Pitbulls and certain other canine breeds have long been perceived as inherently dangerous dogs. This is why certain states, such as Florida, have enacted laws allowing specific entities to create restrictions for owners of such breeds. However, a new dangerous dog law was recently passed in Florida, ending restrictions imposed by these entities on particular dog breeds.
Dog owners and others in specific Florida communities must know the state’s new dangerous dog law. If you are unsure of how you may be affected by this new law, a Florida dog bite injury lawyer from Lytal, Reiter, Smith, Ivey & Fronrath can answer whatever questions you have. We can help dog owners, public housing authorities, and dog bite victims understand their rights under Florida’s new dangerous dog law.
What are the changes to Florida’s dangerous dog law?
Before October 1, 2023, counties and municipalities in Florida were permitted to prohibit dogs from their premises based on their weight and size. Those entities were also allowed to ban certain breeds considered dangerous, like pit bulls, from residing in their areas if they adopted such ordinances before October 1, 1990. These entities were allowed to arbitrarily restrict dog owners from having dogs over a specific size, weight, and breed.
Florida adopted a new dangerous dog law that went into effect on October 1, 2023. This new law prevents local governments and public housing authorities from adopting policies or ordinances that designate a dog as dangerous based solely on its breed, size, or weight. It also removed the grandfather clause for the ordinances created before 1990. Private landlords, homeowners’ associations, and insurance companies can still ban dangerous dog breeds in Florida.
What dogs are on Florida’s dangerous dog list?
Regardless of breed, certain dogs are considered dangerous under Florida law. Florida State Statute 767 specifies the characteristics of what classifies a dog as difficult. The following are on the dangerous dog list in Florida:
- One that has aggressively bitten, attacked, or endangered a person on public or private property
- One that has severely injured or killed a domestic animal off its owner’s property more than once
- One that has chased or menacingly approached a person in public
Individuals who have been bitten or attacked by a dangerous dog in Florida may be entitled to sue the negligent owner for their injuries. If this applies to you, a dog bite injury attorney in Florida can review the circumstances of your dog bite accident and determine if you can obtain compensation. All dog owners are liable for damages suffered by a person bitten, regardless of the dog’s bite history.
Are pit bulls illegal in Florida?
Pitbulls are primarily viewed as a dangerous dog breed, leading to many states enacting laws that regulate or ban them to decrease the number of dog attacks. According to the American Society for the Prevention of Cruelty to Animals (ASPCA), 30 states allow breed-specific legislation. Before Florida’s new dangerous dog law, Florida was one of those states; however, under its new law, local governments and public housing authorities can no longer adopt ordinances designating dogs as dangerous based solely on their breed, size, or weight.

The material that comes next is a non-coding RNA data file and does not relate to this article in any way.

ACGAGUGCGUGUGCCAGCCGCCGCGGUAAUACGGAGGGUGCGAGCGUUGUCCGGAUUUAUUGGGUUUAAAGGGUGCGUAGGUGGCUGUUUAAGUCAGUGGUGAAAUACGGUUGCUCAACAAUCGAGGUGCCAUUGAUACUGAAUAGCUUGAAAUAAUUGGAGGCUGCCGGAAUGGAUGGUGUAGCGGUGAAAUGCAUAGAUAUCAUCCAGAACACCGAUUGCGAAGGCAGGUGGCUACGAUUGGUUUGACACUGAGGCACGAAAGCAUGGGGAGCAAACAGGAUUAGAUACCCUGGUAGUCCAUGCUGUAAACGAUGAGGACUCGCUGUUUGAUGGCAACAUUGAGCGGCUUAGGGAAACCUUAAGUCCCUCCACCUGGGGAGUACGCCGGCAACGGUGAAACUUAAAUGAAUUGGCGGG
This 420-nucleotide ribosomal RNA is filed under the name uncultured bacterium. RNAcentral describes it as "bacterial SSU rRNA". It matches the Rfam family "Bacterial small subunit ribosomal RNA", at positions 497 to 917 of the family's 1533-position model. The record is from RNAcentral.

What are owners of dangerous dog breeds in Florida required to do?
Under Statute 767, the Florida legislature addresses its contention that dog attacks are becoming a growing problem. It says that specific requirements are necessary to ensure dangerous dog owners are held responsible for the confinement and training of their animals.
Owners of dangerous dogs are required to take the following actions:
- Register their dog with local authorities
- Securely confine their dog
- Display a prominent sign at the entrance of their property warning visitors of the presence of a dangerous dog.
- Obtain liability insurance to cover injuries caused by their dog
- Muzzle and leash their dog when outside the dog’s enclosure
- Keep their dog under the control of a responsible adult
Owners of dangerous dogs in Florida must take these precautions to reduce the risk of future incidents involving their animals. Regardless of what safeguards have been taken, the dog’s owner is liable for injuries caused by the animal. If you have suffered injuries from a dog bite, you may be eligible to recover damages in a legal claim.
Who should I call if a dog bite in Florida has injured me?
If a dog bite in Florida has injured you or you have questions about the state’s new dangerous dog law, contact an experienced personal injury lawyer. Take action now and call a dog bite injury attorney at Lytal, Reiter, Smith, Ivey & Fronrath at (561) 655-1990. We are knowledgeable about Florida’s new dangerous dog law and how it can affect your dog bite claim. Schedule your free consultation today to discuss the details of your unique case.